Our first speaker Ben Stocks is a PhD student in the School of Sport, Exercise and Rehabilitation Sciences at the University of Birmingham and is currently working on the powerhouses of the cellular world:
"Mitochondria are magnificent organelles (specialised parts of cells with certain functions) and I hope to provide a flavour of why I think so! Mitochondria are commonly referred to as the ‘powerhouses of the cell’ for their role in aerobic energy (ATP) production. Originally, mitochondria were an organism in their own right, becoming a part of all modern eukaryotic cells (e.g. animals, plants, fungi) through symbiosis and subsequent evolution. Mitochondria contain their own genome but also rely on proteins coded by the ‘host’ nuclear genome. This introduces an interesting complexity when it comes to stimuli that increase mitochondrial content, such as exercise in skeletal muscle cells, as this relies upon substantial co-ordination between the nucleus and mitochondria. Furthermore, mitochondria do not necessarily resemble the oblong, isolated, structures typically displayed in school textbooks. By undergoing dynamic fusion and fission events mitochondria can form highly connected networks or fragmented structures, both of which have important implications for cell functioning"
Yulia Chmelenko studied ancient Mesopotamian culture for her MRes with the University of Birmingham's Department of Classics, Ancient History, and Archaeology:
Ancient Mesopotamian Culture played a crucial role in the development of Western Civilization. The Sumerians invented writing system, the wheel, calendar and time. They were the first to divid a year into 12 months, a day into 24 hours, and a minute into 60 seconds. Important place in the Mesopotamian civilization took the Akkadians – Semitic tribes who conquered Sumer and organized the first centralized state. Later other Semitic tribe, the Assyrians, founded a great Assyrian Empire. Nowadays the study of the Assyrian bas-reliefs lets scientists get the information about the fortifications of that time, as well as the migration proses in the ancient Near East. The great importance has the study of the sacred compositions on the Assyrian monuments, where the scene of worship sacred tree is dominant.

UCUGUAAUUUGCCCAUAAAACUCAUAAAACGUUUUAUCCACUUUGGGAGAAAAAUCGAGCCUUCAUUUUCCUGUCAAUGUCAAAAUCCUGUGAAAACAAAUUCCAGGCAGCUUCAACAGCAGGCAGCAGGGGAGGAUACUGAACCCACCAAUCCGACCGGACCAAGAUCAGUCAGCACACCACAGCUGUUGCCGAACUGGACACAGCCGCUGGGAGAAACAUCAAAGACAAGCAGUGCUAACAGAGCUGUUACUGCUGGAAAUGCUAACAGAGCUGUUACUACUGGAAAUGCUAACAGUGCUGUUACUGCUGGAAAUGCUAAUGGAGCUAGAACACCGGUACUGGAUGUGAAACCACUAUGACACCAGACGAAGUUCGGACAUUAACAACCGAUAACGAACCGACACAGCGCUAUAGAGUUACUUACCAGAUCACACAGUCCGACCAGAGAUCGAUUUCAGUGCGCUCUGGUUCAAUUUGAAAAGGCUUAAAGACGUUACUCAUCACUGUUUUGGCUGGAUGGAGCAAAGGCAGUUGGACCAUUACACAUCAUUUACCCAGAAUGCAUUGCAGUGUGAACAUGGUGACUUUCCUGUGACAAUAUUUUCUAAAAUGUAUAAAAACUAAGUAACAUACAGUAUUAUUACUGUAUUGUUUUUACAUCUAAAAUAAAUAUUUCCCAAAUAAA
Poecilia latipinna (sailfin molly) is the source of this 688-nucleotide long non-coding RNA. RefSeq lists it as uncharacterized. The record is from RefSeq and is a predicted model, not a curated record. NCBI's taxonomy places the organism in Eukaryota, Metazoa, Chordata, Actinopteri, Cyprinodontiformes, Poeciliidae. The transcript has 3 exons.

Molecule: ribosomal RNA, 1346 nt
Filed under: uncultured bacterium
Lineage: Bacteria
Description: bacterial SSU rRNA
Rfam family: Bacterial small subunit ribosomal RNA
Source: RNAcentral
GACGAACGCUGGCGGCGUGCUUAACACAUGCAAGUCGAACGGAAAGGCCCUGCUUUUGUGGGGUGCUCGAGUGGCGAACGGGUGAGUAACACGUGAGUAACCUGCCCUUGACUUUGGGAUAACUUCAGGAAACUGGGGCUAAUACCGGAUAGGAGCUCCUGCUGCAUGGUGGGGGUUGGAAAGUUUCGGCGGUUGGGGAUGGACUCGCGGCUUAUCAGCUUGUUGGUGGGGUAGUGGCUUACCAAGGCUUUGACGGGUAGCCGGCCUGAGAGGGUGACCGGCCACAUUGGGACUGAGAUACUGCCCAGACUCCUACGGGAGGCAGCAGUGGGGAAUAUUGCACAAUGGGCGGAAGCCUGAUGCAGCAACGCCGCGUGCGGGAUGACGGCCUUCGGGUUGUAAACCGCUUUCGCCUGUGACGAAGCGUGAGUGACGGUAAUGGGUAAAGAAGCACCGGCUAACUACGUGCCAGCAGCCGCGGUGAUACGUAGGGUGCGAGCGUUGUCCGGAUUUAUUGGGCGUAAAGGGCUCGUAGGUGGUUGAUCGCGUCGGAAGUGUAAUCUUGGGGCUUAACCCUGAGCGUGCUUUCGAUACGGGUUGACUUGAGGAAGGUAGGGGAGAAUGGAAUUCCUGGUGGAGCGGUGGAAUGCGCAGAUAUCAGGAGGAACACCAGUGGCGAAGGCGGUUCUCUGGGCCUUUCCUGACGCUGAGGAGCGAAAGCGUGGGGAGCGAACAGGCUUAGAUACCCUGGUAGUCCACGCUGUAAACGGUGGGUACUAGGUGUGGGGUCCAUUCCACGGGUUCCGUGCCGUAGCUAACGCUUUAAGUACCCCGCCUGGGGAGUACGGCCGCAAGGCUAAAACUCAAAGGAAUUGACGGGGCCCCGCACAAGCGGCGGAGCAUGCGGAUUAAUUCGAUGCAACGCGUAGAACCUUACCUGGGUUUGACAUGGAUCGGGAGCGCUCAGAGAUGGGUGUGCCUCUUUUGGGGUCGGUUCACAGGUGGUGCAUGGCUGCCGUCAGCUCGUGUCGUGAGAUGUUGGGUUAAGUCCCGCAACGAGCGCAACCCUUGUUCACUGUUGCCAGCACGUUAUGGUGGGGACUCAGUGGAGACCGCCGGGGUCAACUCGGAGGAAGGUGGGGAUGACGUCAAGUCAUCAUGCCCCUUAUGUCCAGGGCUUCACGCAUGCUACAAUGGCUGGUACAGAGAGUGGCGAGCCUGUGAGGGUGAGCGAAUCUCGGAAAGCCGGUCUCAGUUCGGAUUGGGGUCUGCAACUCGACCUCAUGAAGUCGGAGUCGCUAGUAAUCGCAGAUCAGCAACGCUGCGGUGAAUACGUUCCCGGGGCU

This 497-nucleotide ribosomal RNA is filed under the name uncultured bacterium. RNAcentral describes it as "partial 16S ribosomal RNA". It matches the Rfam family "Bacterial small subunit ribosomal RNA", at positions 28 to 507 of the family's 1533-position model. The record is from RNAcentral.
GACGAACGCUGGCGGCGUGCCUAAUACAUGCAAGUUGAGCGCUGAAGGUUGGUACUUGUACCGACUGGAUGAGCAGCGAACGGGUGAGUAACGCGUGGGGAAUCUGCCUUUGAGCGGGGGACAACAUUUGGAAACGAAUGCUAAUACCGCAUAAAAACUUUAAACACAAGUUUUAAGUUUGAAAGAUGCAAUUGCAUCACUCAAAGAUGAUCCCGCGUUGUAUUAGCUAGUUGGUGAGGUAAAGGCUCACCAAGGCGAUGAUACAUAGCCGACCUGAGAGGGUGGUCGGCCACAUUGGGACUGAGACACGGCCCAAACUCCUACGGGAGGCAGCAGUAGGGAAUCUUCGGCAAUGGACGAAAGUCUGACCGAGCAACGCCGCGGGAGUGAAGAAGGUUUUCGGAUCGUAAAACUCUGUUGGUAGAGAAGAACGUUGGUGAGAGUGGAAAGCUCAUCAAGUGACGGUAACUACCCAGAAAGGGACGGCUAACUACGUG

Thus the subject of my MRes dissertation is the iconography of the worship scene of the secured tree on Neo-Assyrian wall panel reliefs. Of particular interest to me is the meaning of the worship scene and its place in Assyrian culture.
My research is based on studying the relevant iconography, by examining the original reliefs, their location in the Assyrian palaces and a new examination of the relevant textual sources. The core of the research is provided by the relief sculptures from the palace of Ashurnasirpal II (884-859 BCE) in Calah (modern Nimrud), now housed primarily in Vorderasiatische Museum and the British Museum.
Will Evans is currently working at the School of Philosophy, Theology, and Religion at the University of Birmingham where his PhD focuses on political theology:
"My research focuses on contemporary Christian theologies of the Jewish people in relation to modern Israel. I study how Christian identity has played itself out in anti-Jewish persecution and whether post-holocaust attempts to reconcile the two traditions have been effective in neutralising anti-Jewish theologies and maybe even forging a Jewish-Christian hybrid religion. If ineffective, it has significance for how the church engages with modern Israel and its and whether the church's measured criticism of the state is compromised by instinctual anti-Jewish antipathy."
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